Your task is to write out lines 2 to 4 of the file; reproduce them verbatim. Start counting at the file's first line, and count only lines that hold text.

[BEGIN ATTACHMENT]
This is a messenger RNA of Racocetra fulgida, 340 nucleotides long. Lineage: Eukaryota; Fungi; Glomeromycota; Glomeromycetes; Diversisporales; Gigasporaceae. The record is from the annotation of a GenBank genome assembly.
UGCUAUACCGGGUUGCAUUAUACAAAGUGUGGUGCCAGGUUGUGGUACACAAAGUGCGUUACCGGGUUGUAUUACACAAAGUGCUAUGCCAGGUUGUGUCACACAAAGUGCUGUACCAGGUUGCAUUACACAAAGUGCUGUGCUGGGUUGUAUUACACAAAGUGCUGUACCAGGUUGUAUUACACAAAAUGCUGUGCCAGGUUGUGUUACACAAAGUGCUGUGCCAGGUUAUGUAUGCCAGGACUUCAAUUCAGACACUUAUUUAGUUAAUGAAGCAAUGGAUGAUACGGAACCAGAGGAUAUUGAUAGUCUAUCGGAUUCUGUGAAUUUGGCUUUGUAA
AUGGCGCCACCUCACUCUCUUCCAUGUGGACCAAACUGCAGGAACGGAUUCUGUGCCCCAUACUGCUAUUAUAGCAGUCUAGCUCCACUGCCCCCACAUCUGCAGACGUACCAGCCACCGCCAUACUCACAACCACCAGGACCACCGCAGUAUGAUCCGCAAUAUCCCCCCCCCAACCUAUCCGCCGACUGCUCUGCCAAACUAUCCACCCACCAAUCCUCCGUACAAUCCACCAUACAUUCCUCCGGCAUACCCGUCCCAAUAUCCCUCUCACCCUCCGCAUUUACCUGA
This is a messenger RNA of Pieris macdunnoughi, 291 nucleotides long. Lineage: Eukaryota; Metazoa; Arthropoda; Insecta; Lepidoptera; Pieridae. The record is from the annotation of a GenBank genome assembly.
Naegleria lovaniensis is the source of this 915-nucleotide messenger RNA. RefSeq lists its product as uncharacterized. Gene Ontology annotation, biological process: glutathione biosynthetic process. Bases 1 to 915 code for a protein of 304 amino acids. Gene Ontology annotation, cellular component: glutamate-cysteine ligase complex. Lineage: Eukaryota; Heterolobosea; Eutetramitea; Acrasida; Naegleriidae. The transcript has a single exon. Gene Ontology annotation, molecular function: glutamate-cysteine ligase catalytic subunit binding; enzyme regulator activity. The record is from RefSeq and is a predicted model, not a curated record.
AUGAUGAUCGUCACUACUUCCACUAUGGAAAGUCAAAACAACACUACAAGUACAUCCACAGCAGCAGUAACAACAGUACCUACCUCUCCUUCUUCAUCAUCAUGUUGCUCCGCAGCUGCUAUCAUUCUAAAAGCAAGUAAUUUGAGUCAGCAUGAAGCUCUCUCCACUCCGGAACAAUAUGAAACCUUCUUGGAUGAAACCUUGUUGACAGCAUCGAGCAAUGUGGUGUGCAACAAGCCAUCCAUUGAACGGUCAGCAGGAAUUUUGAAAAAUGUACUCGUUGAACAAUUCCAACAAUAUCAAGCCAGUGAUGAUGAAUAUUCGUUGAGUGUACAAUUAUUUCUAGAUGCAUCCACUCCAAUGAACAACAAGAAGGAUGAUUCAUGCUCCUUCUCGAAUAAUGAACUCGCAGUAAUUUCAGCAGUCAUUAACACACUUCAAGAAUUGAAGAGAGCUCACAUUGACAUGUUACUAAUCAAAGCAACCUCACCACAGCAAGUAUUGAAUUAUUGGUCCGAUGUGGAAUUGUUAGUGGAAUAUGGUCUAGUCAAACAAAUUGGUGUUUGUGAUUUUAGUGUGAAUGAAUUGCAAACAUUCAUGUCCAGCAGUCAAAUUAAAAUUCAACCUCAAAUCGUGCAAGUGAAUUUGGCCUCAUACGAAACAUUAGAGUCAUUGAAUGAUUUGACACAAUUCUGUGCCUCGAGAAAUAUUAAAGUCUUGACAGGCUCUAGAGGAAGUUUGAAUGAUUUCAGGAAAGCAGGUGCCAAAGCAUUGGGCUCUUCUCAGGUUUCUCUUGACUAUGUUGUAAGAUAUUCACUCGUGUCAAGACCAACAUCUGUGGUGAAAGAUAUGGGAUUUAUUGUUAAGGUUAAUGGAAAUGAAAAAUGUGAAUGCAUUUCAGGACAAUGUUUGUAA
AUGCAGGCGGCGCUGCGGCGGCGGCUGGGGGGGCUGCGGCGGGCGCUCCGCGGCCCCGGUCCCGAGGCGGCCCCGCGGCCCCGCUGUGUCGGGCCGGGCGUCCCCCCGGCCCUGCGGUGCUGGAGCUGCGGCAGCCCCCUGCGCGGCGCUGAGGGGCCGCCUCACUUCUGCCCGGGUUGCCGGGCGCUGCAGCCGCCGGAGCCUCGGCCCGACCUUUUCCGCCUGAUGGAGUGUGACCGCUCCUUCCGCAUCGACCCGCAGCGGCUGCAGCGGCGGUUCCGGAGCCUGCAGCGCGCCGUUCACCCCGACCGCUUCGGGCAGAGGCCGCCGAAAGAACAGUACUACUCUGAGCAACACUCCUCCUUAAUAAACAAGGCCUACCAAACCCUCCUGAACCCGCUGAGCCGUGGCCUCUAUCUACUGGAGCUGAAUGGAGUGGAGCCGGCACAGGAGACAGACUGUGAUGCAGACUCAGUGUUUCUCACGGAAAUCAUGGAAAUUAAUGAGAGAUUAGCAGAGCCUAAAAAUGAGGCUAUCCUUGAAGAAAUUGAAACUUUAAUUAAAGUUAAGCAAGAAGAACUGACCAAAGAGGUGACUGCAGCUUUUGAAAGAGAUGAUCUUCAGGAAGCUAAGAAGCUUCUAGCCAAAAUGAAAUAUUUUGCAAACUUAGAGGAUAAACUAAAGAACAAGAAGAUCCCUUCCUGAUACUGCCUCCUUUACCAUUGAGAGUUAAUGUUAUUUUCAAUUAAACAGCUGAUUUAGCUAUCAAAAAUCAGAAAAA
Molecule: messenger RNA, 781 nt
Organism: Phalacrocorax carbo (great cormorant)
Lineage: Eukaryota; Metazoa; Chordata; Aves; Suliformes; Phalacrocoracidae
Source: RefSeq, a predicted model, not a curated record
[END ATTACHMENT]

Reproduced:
UGCUAUACCGGGUUGCAUUAUACAAAGUGUGGUGCCAGGUUGUGGUACACAAAGUGCGUUACCGGGUUGUAUUACACAAAGUGCUAUGCCAGGUUGUGUCACACAAAGUGCUGUACCAGGUUGCAUUACACAAAGUGCUGUGCUGGGUUGUAUUACACAAAGUGCUGUACCAGGUUGUAUUACACAAAAUGCUGUGCCAGGUUGUGUUACACAAAGUGCUGUGCCAGGUUAUGUAUGCCAGGACUUCAAUUCAGACACUUAUUUAGUUAAUGAAGCAAUGGAUGAUACGGAACCAGAGGAUAUUGAUAGUCUAUCGGAUUCUGUGAAUUUGGCUUUGUAA
AUGGCGCCACCUCACUCUCUUCCAUGUGGACCAAACUGCAGGAACGGAUUCUGUGCCCCAUACUGCUAUUAUAGCAGUCUAGCUCCACUGCCCCCACAUCUGCAGACGUACCAGCCACCGCCAUACUCACAACCACCAGGACCACCGCAGUAUGAUCCGCAAUAUCCCCCCCCCAACCUAUCCGCCGACUGCUCUGCCAAACUAUCCACCCACCAAUCCUCCGUACAAUCCACCAUACAUUCCUCCGGCAUACCCGUCCCAAUAUCCCUCUCACCCUCCGCAUUUACCUGA
This is a messenger RNA of Pieris macdunnoughi, 291 nucleotides long. Lineage: Eukaryota; Metazoa; Arthropoda; Insecta; Lepidoptera; Pieridae. The record is from the annotation of a GenBank genome assembly.